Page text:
• 16 JUN 11
    • 0

    Keep an eye on mobile phones – they could 
bring down the global economy …

    Sent in by Sharon Noble:

    From Moneyweek, 10 June 2011

    There is no Ӭshortage of stuff Ӭout there to Ӭmake investors Ӭfeel nervous. ӬThe euro could Ӭget blown apart if a long, Ӭhot summer of protest in ӬGreece and ӬSpain boils over Ӭinto civil unrest. ӬThe Chinese Ӭeconomy might suddenly turn down, Ӭremoving just about the only source of Ӭglobal growth. Inflation might suddenly Ӭrip out of control, provoking central Ӭbanks into raising interest rates sharply.

    But there is one other risk that most ”¨people probably haven’t thought about. ”¨What if mobile phones really do give you cancer? Mobile technology has the ”¨potential to be another tobacco – a huge ”¨and powerful industry that was just about ”¨destroyed by the unfortunate fact that it ”¨killed people. If this happens, hundreds of billions will be wiped off stockmarkets ”¨around the world.
    Of course, there is still no proven link ”¨between mobiles and brain disease. The ”¨World Health Organisation (WHO) is not ”¨claiming that there is. Its International ”¨Agency for Research on Cancer gathered ”¨together 31 experts in Lyon last week to ”¨review the available evidence. It concluded ”¨that there was a ‘possible’ link between ”¨mobiles and a type of cancer called ”¨glioma. The WHO has five rankings of ”¨cancer risk, ranging from carcinogenic to ”¨probably not carcinogenic. The ‘possible’ ”¨ranking is right in the middle of the range. ”¨So it’s not saying there is a definite link. ”¨Yet it isn’t ruling one out either.

    For anyone tracking the industry, that isn’t ”¨particularly helpful. Lots of studies have ”¨been done of potential links to cancer, and none have been very conclusive so far. Mobiles appear to have some health ”¨effects. Against that, there has been no big increase in the rates of brain cancer in ”¨the 20 years or so since mobiles became a ”¨ubiquitous part of everyday life. It’s hard ”¨to assess the data accurately because brain ”¨cancer is a relatively rare condition, so ”¨there are not very many people to study.

    Over a billion handsets are sold every year

    But just because cancer rates haven’t taken ”¨off yet, it doesn’t mean they won’t. People ”¨were smoking heavily for a long time ”¨before the damage that tobacco does to ”¨your health became apparent. Asbestos ”¨was widely used in building for decades ”¨until the risks were discovered. Right now, all that anyone can say is that there ”¨is some form of risk, which the medical ”¨experts will need to keep an eye on. What ”¨we do know for certain is that, if a link ”¨were ever proved, or were simply to move ”¨up from possible to probable, then the ”¨economic implications would be huge. That’s mainly because this is a massive ”¨industry. According to the International ”¨Telecommunication Union, there are now ”¨5.3 billion mobile-phone subscriptions. ”¨That takes in 77% of the world’s ”¨population. More than a billion handsets ”¨are being sold every year. Vast quantities ”¨of capital have been poured into building ”¨mobile networks. The rise of smartphones ”¨means that people are doing more with ”¨and spending more money on their phones ”¨every year. The rise of tablet computers ”¨will only send those figures even higher.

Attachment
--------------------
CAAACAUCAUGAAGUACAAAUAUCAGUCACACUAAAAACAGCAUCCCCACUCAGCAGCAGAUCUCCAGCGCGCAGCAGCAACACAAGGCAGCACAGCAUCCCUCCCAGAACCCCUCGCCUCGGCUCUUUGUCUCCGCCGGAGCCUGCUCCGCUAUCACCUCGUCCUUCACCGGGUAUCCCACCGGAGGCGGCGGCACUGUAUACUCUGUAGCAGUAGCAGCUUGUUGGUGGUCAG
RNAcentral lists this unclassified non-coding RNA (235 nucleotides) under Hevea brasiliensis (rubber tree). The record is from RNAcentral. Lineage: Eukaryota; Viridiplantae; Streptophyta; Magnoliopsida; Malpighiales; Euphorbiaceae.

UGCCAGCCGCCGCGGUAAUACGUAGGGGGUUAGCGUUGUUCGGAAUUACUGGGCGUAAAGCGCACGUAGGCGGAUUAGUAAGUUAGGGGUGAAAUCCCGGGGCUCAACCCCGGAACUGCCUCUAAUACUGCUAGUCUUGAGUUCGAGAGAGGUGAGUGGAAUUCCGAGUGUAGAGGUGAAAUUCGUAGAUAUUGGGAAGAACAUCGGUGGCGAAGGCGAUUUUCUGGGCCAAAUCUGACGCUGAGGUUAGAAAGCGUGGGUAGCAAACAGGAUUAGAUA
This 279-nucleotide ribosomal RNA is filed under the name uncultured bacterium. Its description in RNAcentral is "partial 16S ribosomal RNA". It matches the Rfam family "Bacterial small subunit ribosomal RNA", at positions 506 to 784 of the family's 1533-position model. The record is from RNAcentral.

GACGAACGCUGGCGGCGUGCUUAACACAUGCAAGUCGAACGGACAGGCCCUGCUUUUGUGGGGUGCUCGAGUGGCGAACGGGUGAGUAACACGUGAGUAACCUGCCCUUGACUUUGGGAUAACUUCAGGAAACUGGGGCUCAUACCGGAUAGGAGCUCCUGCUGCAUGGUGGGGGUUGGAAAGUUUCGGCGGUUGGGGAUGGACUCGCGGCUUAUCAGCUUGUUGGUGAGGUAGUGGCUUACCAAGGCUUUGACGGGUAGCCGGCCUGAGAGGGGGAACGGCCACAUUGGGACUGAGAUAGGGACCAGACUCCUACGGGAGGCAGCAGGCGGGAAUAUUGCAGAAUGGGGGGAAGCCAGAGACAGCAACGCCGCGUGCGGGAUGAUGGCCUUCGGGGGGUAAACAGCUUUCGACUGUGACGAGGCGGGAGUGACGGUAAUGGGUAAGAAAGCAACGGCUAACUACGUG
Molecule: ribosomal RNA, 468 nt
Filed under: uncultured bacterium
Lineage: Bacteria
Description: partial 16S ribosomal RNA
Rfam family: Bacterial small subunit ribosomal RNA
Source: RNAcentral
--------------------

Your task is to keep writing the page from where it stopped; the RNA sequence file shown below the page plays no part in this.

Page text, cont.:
On just about every major bourse, the ”¨big mobile-phone players are among the ”¨indices’ leading companies. Vodafone – with a market value of £83bn – is a giant ”¨of the FISE. France Telecom, which owns ”¨Orange, is one of the largest businesses on ”¨the CAC-40. The world’s largest mobile ”¨operator, China Mobile, is also one of the ”¨world’s biggest companies. Nokia may be ”¨struggling to re-invent itself, but it is still ”¨the world’s major handset manufacturer, ”¨and worth $25bn. Much of the South ”¨Korean stockmarket depends on the ”¨mobile divisions of Samsung and LG. ”¨New players, such as Taiwan’s HTC, have ”¨soaring share prices (indeed, it recently ”¨overtook Nokia in value). And, of course, ”¨Apple, which is now critically dependent ”¨on its iPhone, is now the third-biggest ”¨company in the world. It doesn’t even stop there. Microsoft and ”¨Google have invested fortunes in creating ”¨mobile software divisions. Manufacturers ”¨of chips and other components help to ”¨sustain the commodities boom. Many ”¨retailers depend on the sales of mobile ”¨phones, as do the new generation of app writers. In short, mobile phones have fuelled much of the growth of the ”¨world economy in the past decade. A link ”¨between this technology and cancer would ”¨prove an economic as well as a medical ”¨catastrophe.

    So what can investors can do Ӭabout it?

    For starters, investors should be ”¨monitoring the medical data and keeping ”¨up with the latest developments. They ”¨should be demanding that the mobile ”¨companies do everything they can to ”¨research the risks – and mitigate them. ”¨There is no point in simply denying that such a risk exists, in the way that the tobacco industry did for decades. ”¨Investors should also be preparing an exit ”¨strategy. If a link is ever proved beyond a ”¨doubt, you don’t want to be holding the ”¨shares or bonds of any of the main players ”¨in the industry. You might want to avoid ”¨holding equities full stop – the knock-on ”¨effects for the rest of the markets would ”¨be so severe.

    Meanwhile, don’t give up on some fairly ”¨old-fashioned technologies. Fixed-line ”¨operators, such as British Telecom, could ”¨be set for one of the greatest bounce backs ”¨of all time. The shares yield 4%, so tuck a ”¨few away. If we all decide to get rid of our ”¨mobiles and start using the landline again, ”¨these shares will soar.

    www.moneyweek.com

    Leave a reply →